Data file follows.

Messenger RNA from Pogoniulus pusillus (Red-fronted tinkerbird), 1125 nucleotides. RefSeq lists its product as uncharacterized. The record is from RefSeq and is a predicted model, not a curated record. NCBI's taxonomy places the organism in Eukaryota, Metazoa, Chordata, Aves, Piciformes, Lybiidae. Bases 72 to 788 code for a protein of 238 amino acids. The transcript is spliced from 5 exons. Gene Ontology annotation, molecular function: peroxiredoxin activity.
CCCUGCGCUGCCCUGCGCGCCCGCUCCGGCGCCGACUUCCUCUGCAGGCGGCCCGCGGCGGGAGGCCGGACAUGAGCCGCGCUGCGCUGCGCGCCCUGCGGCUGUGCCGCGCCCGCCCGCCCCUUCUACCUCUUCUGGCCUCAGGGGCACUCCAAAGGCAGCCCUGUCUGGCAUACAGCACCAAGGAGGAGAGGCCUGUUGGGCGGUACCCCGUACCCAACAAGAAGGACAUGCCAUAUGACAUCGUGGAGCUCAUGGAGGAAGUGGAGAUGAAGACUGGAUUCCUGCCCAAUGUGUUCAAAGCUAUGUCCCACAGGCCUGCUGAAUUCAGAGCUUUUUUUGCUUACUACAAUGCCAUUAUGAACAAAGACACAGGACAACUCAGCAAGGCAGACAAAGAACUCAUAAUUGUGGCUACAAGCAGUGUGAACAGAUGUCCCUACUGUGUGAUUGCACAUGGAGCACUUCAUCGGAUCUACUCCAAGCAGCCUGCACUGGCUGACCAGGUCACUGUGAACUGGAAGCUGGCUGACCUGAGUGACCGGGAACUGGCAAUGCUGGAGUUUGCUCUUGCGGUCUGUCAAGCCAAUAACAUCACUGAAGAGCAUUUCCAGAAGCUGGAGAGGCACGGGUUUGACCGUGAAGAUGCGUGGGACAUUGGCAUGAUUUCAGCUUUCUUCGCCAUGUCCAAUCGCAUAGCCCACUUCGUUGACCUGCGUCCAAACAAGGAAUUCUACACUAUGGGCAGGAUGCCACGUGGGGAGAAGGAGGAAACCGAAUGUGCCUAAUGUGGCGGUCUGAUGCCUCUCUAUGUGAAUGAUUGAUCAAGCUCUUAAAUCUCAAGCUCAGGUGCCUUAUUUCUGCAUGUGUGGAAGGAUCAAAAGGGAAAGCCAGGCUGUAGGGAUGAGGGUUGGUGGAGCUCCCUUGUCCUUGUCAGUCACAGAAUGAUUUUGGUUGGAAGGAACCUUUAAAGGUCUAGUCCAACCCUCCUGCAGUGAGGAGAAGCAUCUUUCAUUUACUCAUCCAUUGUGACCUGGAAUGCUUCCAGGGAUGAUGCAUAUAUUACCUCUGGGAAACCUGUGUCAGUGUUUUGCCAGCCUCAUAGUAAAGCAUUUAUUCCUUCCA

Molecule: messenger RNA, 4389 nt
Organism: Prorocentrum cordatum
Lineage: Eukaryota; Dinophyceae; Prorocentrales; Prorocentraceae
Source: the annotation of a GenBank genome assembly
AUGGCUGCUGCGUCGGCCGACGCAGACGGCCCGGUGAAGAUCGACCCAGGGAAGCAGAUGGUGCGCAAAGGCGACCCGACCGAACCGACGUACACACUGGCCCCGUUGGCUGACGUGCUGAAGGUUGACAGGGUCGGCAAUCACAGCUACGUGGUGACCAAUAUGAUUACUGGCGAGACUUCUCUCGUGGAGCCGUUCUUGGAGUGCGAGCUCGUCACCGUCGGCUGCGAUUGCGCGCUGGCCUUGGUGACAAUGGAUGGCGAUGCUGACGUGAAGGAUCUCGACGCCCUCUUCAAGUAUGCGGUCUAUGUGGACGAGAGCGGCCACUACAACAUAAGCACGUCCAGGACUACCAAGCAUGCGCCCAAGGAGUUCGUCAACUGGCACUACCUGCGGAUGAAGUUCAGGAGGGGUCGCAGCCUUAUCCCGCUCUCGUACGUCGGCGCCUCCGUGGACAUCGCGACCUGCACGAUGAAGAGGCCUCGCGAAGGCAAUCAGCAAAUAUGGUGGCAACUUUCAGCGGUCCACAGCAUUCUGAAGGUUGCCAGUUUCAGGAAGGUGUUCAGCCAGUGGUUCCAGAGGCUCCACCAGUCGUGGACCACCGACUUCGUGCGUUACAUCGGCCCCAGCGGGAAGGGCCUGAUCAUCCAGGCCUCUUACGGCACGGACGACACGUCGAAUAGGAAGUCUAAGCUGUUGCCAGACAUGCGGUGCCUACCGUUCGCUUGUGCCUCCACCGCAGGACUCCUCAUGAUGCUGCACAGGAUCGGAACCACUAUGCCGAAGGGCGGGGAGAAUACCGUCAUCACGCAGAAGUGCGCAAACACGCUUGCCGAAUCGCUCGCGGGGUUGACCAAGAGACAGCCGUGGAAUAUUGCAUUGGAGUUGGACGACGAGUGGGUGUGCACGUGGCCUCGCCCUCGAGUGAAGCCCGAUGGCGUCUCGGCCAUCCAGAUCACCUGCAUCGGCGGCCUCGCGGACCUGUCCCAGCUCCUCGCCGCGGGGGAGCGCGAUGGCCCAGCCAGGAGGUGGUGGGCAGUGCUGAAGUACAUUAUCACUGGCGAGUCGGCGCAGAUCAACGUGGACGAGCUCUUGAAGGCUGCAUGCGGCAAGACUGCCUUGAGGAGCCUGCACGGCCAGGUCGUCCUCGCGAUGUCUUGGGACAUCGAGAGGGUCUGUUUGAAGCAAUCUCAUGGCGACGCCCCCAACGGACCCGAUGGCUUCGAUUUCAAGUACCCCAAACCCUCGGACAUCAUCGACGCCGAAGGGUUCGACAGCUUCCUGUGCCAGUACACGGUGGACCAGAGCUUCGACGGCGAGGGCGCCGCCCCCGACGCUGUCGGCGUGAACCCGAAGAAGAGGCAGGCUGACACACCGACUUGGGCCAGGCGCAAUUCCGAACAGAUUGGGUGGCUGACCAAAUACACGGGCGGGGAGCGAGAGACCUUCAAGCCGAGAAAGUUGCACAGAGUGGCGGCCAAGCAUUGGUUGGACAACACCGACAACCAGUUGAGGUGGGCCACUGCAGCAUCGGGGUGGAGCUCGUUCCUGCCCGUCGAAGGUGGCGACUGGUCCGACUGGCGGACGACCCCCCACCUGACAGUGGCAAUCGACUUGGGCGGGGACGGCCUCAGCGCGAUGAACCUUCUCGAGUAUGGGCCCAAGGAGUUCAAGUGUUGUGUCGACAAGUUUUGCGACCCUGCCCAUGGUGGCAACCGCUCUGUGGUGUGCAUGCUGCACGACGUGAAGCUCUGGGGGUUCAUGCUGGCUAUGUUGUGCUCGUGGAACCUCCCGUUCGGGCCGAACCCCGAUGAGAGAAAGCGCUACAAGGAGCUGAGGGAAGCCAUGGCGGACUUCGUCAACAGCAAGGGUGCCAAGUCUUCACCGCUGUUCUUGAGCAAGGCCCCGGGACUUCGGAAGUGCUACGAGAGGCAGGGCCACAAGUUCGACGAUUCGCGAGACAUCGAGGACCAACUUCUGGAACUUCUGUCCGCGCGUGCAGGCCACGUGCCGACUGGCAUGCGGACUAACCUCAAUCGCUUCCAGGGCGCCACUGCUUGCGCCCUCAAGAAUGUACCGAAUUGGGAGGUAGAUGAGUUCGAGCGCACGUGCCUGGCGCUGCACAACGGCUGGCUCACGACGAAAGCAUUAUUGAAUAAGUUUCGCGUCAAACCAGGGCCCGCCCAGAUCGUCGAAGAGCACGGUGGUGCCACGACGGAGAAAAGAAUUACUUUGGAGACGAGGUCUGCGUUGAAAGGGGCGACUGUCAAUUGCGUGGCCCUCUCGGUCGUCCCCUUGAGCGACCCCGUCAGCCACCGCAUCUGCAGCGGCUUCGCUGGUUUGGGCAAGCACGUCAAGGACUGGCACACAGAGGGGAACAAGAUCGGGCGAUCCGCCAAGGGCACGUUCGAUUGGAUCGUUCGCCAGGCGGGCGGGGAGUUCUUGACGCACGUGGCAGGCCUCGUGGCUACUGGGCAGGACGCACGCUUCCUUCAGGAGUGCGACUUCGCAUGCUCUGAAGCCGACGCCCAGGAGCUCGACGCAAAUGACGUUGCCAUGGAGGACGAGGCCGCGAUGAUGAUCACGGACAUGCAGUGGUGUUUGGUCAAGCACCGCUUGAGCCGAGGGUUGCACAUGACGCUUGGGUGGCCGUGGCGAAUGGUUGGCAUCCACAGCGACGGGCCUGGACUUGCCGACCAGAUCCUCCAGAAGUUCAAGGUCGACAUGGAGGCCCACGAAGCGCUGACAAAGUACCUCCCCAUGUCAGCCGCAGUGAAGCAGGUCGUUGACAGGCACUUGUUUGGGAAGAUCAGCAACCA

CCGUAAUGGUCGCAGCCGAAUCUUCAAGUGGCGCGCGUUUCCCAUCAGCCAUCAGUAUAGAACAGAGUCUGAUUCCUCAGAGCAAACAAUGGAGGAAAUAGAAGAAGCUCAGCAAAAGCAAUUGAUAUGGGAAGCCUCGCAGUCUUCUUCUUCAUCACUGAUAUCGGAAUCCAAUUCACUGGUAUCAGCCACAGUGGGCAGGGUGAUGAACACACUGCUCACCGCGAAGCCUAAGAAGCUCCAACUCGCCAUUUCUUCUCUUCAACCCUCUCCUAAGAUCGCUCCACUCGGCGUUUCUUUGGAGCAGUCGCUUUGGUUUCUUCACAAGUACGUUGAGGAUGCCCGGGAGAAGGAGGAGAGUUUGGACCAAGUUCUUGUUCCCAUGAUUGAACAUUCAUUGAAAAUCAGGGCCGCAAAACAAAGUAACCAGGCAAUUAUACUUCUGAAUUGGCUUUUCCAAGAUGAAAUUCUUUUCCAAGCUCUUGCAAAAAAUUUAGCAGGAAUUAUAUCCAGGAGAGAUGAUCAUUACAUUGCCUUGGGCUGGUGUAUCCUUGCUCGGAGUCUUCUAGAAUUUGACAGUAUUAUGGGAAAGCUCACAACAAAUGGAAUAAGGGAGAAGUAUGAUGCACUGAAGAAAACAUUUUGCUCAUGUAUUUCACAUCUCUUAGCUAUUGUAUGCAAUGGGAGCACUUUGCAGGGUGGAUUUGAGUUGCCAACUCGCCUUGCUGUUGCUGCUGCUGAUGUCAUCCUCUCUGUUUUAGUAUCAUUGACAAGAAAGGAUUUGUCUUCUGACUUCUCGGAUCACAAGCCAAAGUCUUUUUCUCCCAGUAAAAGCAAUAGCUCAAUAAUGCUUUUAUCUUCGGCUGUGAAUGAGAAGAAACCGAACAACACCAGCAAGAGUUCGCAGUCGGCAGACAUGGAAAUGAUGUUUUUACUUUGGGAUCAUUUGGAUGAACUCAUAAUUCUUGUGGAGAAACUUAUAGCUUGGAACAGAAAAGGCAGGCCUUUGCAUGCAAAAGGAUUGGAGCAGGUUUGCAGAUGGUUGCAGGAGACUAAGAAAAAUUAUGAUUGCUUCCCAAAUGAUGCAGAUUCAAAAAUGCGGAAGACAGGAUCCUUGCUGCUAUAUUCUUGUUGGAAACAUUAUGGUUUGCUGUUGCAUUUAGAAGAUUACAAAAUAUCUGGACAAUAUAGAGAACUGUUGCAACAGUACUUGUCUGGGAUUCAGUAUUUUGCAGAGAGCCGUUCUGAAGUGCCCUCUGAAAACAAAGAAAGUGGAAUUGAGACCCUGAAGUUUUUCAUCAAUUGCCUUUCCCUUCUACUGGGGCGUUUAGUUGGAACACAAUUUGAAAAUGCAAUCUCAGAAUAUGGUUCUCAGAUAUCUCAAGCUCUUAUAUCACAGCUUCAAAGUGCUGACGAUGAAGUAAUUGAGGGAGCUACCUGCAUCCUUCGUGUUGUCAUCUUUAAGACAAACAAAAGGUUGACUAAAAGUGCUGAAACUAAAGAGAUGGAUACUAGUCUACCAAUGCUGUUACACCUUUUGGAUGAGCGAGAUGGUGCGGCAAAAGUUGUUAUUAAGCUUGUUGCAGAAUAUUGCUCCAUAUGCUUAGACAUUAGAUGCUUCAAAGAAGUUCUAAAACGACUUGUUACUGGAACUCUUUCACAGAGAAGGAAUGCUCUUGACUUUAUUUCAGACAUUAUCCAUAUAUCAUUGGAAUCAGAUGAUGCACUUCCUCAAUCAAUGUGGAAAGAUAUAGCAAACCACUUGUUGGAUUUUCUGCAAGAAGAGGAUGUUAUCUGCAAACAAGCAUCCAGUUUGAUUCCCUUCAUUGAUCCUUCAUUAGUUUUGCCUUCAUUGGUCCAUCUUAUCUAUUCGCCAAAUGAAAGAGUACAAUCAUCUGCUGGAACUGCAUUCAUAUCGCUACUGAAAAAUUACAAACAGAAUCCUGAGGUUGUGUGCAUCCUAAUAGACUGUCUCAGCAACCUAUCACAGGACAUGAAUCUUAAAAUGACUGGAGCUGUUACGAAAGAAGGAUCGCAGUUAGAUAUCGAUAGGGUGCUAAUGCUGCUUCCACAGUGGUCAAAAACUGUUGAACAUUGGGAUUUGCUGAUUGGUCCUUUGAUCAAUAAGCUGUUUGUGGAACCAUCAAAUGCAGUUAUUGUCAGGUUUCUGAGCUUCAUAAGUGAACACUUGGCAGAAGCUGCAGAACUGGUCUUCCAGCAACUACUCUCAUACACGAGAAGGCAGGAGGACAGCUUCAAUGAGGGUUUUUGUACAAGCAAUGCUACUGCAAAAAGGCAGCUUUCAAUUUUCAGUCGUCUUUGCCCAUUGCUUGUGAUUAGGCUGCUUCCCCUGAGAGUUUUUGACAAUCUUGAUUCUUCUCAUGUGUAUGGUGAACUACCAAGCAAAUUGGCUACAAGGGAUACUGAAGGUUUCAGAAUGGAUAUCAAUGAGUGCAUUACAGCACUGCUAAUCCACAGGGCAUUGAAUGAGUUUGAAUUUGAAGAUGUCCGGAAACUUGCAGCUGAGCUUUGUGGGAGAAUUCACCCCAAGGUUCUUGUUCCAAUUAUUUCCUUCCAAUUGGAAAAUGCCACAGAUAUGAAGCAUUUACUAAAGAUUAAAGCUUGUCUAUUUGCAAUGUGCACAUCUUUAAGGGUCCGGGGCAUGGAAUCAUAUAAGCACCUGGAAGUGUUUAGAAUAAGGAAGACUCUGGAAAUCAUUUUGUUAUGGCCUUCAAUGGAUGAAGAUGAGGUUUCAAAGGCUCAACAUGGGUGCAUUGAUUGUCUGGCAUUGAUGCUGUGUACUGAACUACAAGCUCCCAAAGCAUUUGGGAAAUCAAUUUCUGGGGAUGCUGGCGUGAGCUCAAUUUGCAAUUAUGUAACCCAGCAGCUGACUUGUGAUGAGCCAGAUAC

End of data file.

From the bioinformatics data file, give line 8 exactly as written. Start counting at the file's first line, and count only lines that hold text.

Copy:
CCGUAAUGGUCGCAGCCGAAUCUUCAAGUGGCGCGCGUUUCCCAUCAGCCAUCAGUAUAGAACAGAGUCUGAUUCCUCAGAGCAAACAAUGGAGGAAAUAGAAGAAGCUCAGCAAAAGCAAUUGAUAUGGGAAGCCUCGCAGUCUUCUUCUUCAUCACUGAUAUCGGAAUCCAAUUCACUGGUAUCAGCCACAGUGGGCAGGGUGAUGAACACACUGCUCACCGCGAAGCCUAAGAAGCUCCAACUCGCCAUUUCUUCUCUUCAACCCUCUCCUAAGAUCGCUCCACUCGGCGUUUCUUUGGAGCAGUCGCUUUGGUUUCUUCACAAGUACGUUGAGGAUGCCCGGGAGAAGGAGGAGAGUUUGGACCAAGUUCUUGUUCCCAUGAUUGAACAUUCAUUGAAAAUCAGGGCCGCAAAACAAAGUAACCAGGCAAUUAUACUUCUGAAUUGGCUUUUCCAAGAUGAAAUUCUUUUCCAAGCUCUUGCAAAAAAUUUAGCAGGAAUUAUAUCCAGGAGAGAUGAUCAUUACAUUGCCUUGGGCUGGUGUAUCCUUGCUCGGAGUCUUCUAGAAUUUGACAGUAUUAUGGGAAAGCUCACAACAAAUGGAAUAAGGGAGAAGUAUGAUGCACUGAAGAAAACAUUUUGCUCAUGUAUUUCACAUCUCUUAGCUAUUGUAUGCAAUGGGAGCACUUUGCAGGGUGGAUUUGAGUUGCCAACUCGCCUUGCUGUUGCUGCUGCUGAUGUCAUCCUCUCUGUUUUAGUAUCAUUGACAAGAAAGGAUUUGUCUUCUGACUUCUCGGAUCACAAGCCAAAGUCUUUUUCUCCCAGUAAAAGCAAUAGCUCAAUAAUGCUUUUAUCUUCGGCUGUGAAUGAGAAGAAACCGAACAACACCAGCAAGAGUUCGCAGUCGGCAGACAUGGAAAUGAUGUUUUUACUUUGGGAUCAUUUGGAUGAACUCAUAAUUCUUGUGGAGAAACUUAUAGCUUGGAACAGAAAAGGCAGGCCUUUGCAUGCAAAAGGAUUGGAGCAGGUUUGCAGAUGGUUGCAGGAGACUAAGAAAAAUUAUGAUUGCUUCCCAAAUGAUGCAGAUUCAAAAAUGCGGAAGACAGGAUCCUUGCUGCUAUAUUCUUGUUGGAAACAUUAUGGUUUGCUGUUGCAUUUAGAAGAUUACAAAAUAUCUGGACAAUAUAGAGAACUGUUGCAACAGUACUUGUCUGGGAUUCAGUAUUUUGCAGAGAGCCGUUCUGAAGUGCCCUCUGAAAACAAAGAAAGUGGAAUUGAGACCCUGAAGUUUUUCAUCAAUUGCCUUUCCCUUCUACUGGGGCGUUUAGUUGGAACACAAUUUGAAAAUGCAAUCUCAGAAUAUGGUUCUCAGAUAUCUCAAGCUCUUAUAUCACAGCUUCAAAGUGCUGACGAUGAAGUAAUUGAGGGAGCUACCUGCAUCCUUCGUGUUGUCAUCUUUAAGACAAACAAAAGGUUGACUAAAAGUGCUGAAACUAAAGAGAUGGAUACUAGUCUACCAAUGCUGUUACACCUUUUGGAUGAGCGAGAUGGUGCGGCAAAAGUUGUUAUUAAGCUUGUUGCAGAAUAUUGCUCCAUAUGCUUAGACAUUAGAUGCUUCAAAGAAGUUCUAAAACGACUUGUUACUGGAACUCUUUCACAGAGAAGGAAUGCUCUUGACUUUAUUUCAGACAUUAUCCAUAUAUCAUUGGAAUCAGAUGAUGCACUUCCUCAAUCAAUGUGGAAAGAUAUAGCAAACCACUUGUUGGAUUUUCUGCAAGAAGAGGAUGUUAUCUGCAAACAAGCAUCCAGUUUGAUUCCCUUCAUUGAUCCUUCAUUAGUUUUGCCUUCAUUGGUCCAUCUUAUCUAUUCGCCAAAUGAAAGAGUACAAUCAUCUGCUGGAACUGCAUUCAUAUCGCUACUGAAAAAUUACAAACAGAAUCCUGAGGUUGUGUGCAUCCUAAUAGACUGUCUCAGCAACCUAUCACAGGACAUGAAUCUUAAAAUGACUGGAGCUGUUACGAAAGAAGGAUCGCAGUUAGAUAUCGAUAGGGUGCUAAUGCUGCUUCCACAGUGGUCAAAAACUGUUGAACAUUGGGAUUUGCUGAUUGGUCCUUUGAUCAAUAAGCUGUUUGUGGAACCAUCAAAUGCAGUUAUUGUCAGGUUUCUGAGCUUCAUAAGUGAACACUUGGCAGAAGCUGCAGAACUGGUCUUCCAGCAACUACUCUCAUACACGAGAAGGCAGGAGGACAGCUUCAAUGAGGGUUUUUGUACAAGCAAUGCUACUGCAAAAAGGCAGCUUUCAAUUUUCAGUCGUCUUUGCCCAUUGCUUGUGAUUAGGCUGCUUCCCCUGAGAGUUUUUGACAAUCUUGAUUCUUCUCAUGUGUAUGGUGAACUACCAAGCAAAUUGGCUACAAGGGAUACUGAAGGUUUCAGAAUGGAUAUCAAUGAGUGCAUUACAGCACUGCUAAUCCACAGGGCAUUGAAUGAGUUUGAAUUUGAAGAUGUCCGGAAACUUGCAGCUGAGCUUUGUGGGAGAAUUCACCCCAAGGUUCUUGUUCCAAUUAUUUCCUUCCAAUUGGAAAAUGCCACAGAUAUGAAGCAUUUACUAAAGAUUAAAGCUUGUCUAUUUGCAAUGUGCACAUCUUUAAGGGUCCGGGGCAUGGAAUCAUAUAAGCACCUGGAAGUGUUUAGAAUAAGGAAGACUCUGGAAAUCAUUUUGUUAUGGCCUUCAAUGGAUGAAGAUGAGGUUUCAAAGGCUCAACAUGGGUGCAUUGAUUGUCUGGCAUUGAUGCUGUGUACUGAACUACAAGCUCCCAAAGCAUUUGGGAAAUCAAUUUCUGGGGAUGCUGGCGUGAGCUCAAUUUGCAAUUAUGUAACCCAGCAGCUGACUUGUGAUGAGCCAGAUAC